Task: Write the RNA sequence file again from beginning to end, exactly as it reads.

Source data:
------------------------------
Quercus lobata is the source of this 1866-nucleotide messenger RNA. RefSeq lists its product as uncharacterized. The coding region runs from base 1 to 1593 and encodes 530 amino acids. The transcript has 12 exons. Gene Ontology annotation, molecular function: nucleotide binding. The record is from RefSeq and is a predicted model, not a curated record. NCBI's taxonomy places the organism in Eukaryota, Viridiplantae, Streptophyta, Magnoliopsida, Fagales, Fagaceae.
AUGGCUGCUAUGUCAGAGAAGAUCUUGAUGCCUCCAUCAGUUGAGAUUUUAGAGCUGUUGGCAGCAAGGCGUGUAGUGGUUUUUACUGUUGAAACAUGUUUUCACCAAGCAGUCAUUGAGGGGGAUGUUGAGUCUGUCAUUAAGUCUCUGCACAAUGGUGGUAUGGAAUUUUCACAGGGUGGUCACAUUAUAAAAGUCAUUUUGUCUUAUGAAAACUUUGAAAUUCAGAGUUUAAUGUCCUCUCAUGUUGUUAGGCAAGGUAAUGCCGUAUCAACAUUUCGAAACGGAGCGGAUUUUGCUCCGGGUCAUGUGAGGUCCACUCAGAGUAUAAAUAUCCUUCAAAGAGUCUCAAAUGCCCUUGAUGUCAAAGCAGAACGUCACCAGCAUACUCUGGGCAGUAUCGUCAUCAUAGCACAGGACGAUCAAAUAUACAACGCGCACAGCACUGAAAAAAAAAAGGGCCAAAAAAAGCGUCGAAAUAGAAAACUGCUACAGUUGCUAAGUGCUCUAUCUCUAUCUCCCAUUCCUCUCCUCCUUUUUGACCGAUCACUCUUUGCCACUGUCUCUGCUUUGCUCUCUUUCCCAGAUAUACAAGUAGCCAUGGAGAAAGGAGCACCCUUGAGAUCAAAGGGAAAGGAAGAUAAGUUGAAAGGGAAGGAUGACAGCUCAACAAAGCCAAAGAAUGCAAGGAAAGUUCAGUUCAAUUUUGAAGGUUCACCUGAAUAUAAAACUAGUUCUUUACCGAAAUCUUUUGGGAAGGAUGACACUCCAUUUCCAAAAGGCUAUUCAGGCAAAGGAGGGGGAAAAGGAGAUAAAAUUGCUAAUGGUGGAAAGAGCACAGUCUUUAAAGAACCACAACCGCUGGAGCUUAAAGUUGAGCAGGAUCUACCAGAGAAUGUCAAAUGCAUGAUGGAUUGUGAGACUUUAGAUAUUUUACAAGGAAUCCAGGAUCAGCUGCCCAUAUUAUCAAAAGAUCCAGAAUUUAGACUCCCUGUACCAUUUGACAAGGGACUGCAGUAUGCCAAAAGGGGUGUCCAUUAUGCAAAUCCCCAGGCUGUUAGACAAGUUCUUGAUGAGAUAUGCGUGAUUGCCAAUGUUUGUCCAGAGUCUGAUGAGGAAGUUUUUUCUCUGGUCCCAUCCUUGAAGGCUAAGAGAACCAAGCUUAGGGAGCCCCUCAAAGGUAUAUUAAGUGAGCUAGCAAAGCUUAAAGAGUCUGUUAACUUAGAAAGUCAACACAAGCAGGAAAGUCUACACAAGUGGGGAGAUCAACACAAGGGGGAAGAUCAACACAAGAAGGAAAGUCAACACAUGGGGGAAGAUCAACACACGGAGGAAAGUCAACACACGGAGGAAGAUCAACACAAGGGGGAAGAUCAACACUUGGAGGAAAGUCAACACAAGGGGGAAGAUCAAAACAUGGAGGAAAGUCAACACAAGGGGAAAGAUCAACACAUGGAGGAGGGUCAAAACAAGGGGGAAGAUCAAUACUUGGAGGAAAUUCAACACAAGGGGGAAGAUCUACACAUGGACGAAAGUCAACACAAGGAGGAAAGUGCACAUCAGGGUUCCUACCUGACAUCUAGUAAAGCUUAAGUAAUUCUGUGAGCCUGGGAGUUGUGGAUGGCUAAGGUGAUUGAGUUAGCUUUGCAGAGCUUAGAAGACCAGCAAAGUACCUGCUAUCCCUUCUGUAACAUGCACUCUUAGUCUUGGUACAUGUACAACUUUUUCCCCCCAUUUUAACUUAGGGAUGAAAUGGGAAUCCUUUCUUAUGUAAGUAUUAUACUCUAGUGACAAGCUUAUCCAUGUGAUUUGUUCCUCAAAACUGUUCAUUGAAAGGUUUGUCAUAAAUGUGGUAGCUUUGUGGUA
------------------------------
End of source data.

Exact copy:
Quercus lobata is the source of this 1866-nucleotide messenger RNA. RefSeq lists its product as uncharacterized. The coding region runs from base 1 to 1593 and encodes 530 amino acids. The transcript has 12 exons. Gene Ontology annotation, molecular function: nucleotide binding. The record is from RefSeq and is a predicted model, not a curated record. NCBI's taxonomy places the organism in Eukaryota, Viridiplantae, Streptophyta, Magnoliopsida, Fagales, Fagaceae.
AUGGCUGCUAUGUCAGAGAAGAUCUUGAUGCCUCCAUCAGUUGAGAUUUUAGAGCUGUUGGCAGCAAGGCGUGUAGUGGUUUUUACUGUUGAAACAUGUUUUCACCAAGCAGUCAUUGAGGGGGAUGUUGAGUCUGUCAUUAAGUCUCUGCACAAUGGUGGUAUGGAAUUUUCACAGGGUGGUCACAUUAUAAAAGUCAUUUUGUCUUAUGAAAACUUUGAAAUUCAGAGUUUAAUGUCCUCUCAUGUUGUUAGGCAAGGUAAUGCCGUAUCAACAUUUCGAAACGGAGCGGAUUUUGCUCCGGGUCAUGUGAGGUCCACUCAGAGUAUAAAUAUCCUUCAAAGAGUCUCAAAUGCCCUUGAUGUCAAAGCAGAACGUCACCAGCAUACUCUGGGCAGUAUCGUCAUCAUAGCACAGGACGAUCAAAUAUACAACGCGCACAGCACUGAAAAAAAAAAGGGCCAAAAAAAGCGUCGAAAUAGAAAACUGCUACAGUUGCUAAGUGCUCUAUCUCUAUCUCCCAUUCCUCUCCUCCUUUUUGACCGAUCACUCUUUGCCACUGUCUCUGCUUUGCUCUCUUUCCCAGAUAUACAAGUAGCCAUGGAGAAAGGAGCACCCUUGAGAUCAAAGGGAAAGGAAGAUAAGUUGAAAGGGAAGGAUGACAGCUCAACAAAGCCAAAGAAUGCAAGGAAAGUUCAGUUCAAUUUUGAAGGUUCACCUGAAUAUAAAACUAGUUCUUUACCGAAAUCUUUUGGGAAGGAUGACACUCCAUUUCCAAAAGGCUAUUCAGGCAAAGGAGGGGGAAAAGGAGAUAAAAUUGCUAAUGGUGGAAAGAGCACAGUCUUUAAAGAACCACAACCGCUGGAGCUUAAAGUUGAGCAGGAUCUACCAGAGAAUGUCAAAUGCAUGAUGGAUUGUGAGACUUUAGAUAUUUUACAAGGAAUCCAGGAUCAGCUGCCCAUAUUAUCAAAAGAUCCAGAAUUUAGACUCCCUGUACCAUUUGACAAGGGACUGCAGUAUGCCAAAAGGGGUGUCCAUUAUGCAAAUCCCCAGGCUGUUAGACAAGUUCUUGAUGAGAUAUGCGUGAUUGCCAAUGUUUGUCCAGAGUCUGAUGAGGAAGUUUUUUCUCUGGUCCCAUCCUUGAAGGCUAAGAGAACCAAGCUUAGGGAGCCCCUCAAAGGUAUAUUAAGUGAGCUAGCAAAGCUUAAAGAGUCUGUUAACUUAGAAAGUCAACACAAGCAGGAAAGUCUACACAAGUGGGGAGAUCAACACAAGGGGGAAGAUCAACACAAGAAGGAAAGUCAACACAUGGGGGAAGAUCAACACACGGAGGAAAGUCAACACACGGAGGAAGAUCAACACAAGGGGGAAGAUCAACACUUGGAGGAAAGUCAACACAAGGGGGAAGAUCAAAACAUGGAGGAAAGUCAACACAAGGGGAAAGAUCAACACAUGGAGGAGGGUCAAAACAAGGGGGAAGAUCAAUACUUGGAGGAAAUUCAACACAAGGGGGAAGAUCUACACAUGGACGAAAGUCAACACAAGGAGGAAAGUGCACAUCAGGGUUCCUACCUGACAUCUAGUAAAGCUUAAGUAAUUCUGUGAGCCUGGGAGUUGUGGAUGGCUAAGGUGAUUGAGUUAGCUUUGCAGAGCUUAGAAGACCAGCAAAGUACCUGCUAUCCCUUCUGUAACAUGCACUCUUAGUCUUGGUACAUGUACAACUUUUUCCCCCCAUUUUAACUUAGGGAUGAAAUGGGAAUCCUUUCUUAUGUAAGUAUUAUACUCUAGUGACAAGCUUAUCCAUGUGAUUUGUUCCUCAAAACUGUUCAUUGAAAGGUUUGUCAUAAAUGUGGUAGCUUUGUGGUA